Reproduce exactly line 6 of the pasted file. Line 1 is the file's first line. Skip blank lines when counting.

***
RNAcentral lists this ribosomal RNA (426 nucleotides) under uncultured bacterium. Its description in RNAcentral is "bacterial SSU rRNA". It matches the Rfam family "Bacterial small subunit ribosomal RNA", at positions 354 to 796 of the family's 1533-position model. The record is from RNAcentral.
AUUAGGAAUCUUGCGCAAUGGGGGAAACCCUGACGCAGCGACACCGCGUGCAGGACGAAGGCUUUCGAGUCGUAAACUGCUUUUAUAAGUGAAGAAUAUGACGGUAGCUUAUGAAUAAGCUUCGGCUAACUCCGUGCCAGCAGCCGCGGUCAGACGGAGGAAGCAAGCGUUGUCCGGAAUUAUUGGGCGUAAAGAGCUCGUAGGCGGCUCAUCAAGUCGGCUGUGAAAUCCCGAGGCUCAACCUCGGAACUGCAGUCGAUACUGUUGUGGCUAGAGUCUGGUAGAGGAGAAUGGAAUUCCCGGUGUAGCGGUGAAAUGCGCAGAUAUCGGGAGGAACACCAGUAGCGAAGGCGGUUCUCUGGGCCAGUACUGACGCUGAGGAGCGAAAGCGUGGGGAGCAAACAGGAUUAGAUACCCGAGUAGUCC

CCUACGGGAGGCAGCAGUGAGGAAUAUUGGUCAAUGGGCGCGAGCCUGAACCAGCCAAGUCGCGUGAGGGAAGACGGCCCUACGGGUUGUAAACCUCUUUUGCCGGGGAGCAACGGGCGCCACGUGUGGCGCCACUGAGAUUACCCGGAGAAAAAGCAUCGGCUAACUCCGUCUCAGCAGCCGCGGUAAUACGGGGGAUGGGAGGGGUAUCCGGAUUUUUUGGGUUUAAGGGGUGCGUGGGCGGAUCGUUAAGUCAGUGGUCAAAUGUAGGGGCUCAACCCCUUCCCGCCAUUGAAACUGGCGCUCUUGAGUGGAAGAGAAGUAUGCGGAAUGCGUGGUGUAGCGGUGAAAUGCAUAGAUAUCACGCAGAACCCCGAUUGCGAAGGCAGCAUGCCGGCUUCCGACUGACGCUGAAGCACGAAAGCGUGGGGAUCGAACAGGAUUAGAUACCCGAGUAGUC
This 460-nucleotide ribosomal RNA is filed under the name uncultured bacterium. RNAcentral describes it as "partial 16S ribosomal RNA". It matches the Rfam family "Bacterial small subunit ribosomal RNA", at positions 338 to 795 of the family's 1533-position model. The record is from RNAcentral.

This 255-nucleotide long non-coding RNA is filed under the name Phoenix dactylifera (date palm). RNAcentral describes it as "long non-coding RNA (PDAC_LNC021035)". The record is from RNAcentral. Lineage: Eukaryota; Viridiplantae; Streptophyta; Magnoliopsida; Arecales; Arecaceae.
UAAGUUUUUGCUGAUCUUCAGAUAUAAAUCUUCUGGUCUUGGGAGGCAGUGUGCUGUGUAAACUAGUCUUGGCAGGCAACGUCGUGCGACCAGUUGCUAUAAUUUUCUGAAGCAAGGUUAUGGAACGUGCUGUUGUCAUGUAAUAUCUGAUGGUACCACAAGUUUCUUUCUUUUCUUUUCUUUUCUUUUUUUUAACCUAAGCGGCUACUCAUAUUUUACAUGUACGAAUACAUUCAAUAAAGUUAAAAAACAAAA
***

UAAGUUUUUGCUGAUCUUCAGAUAUAAAUCUUCUGGUCUUGGGAGGCAGUGUGCUGUGUAAACUAGUCUUGGCAGGCAACGUCGUGCGACCAGUUGCUAUAAUUUUCUGAAGCAAGGUUAUGGAACGUGCUGUUGUCAUGUAAUAUCUGAUGGUACCACAAGUUUCUUUCUUUUCUUUUCUUUUCUUUUUUUUAACCUAAGCGGCUACUCAUAUUUUACAUGUACGAAUACAUUCAAUAAAGUUAAAAAACAAAA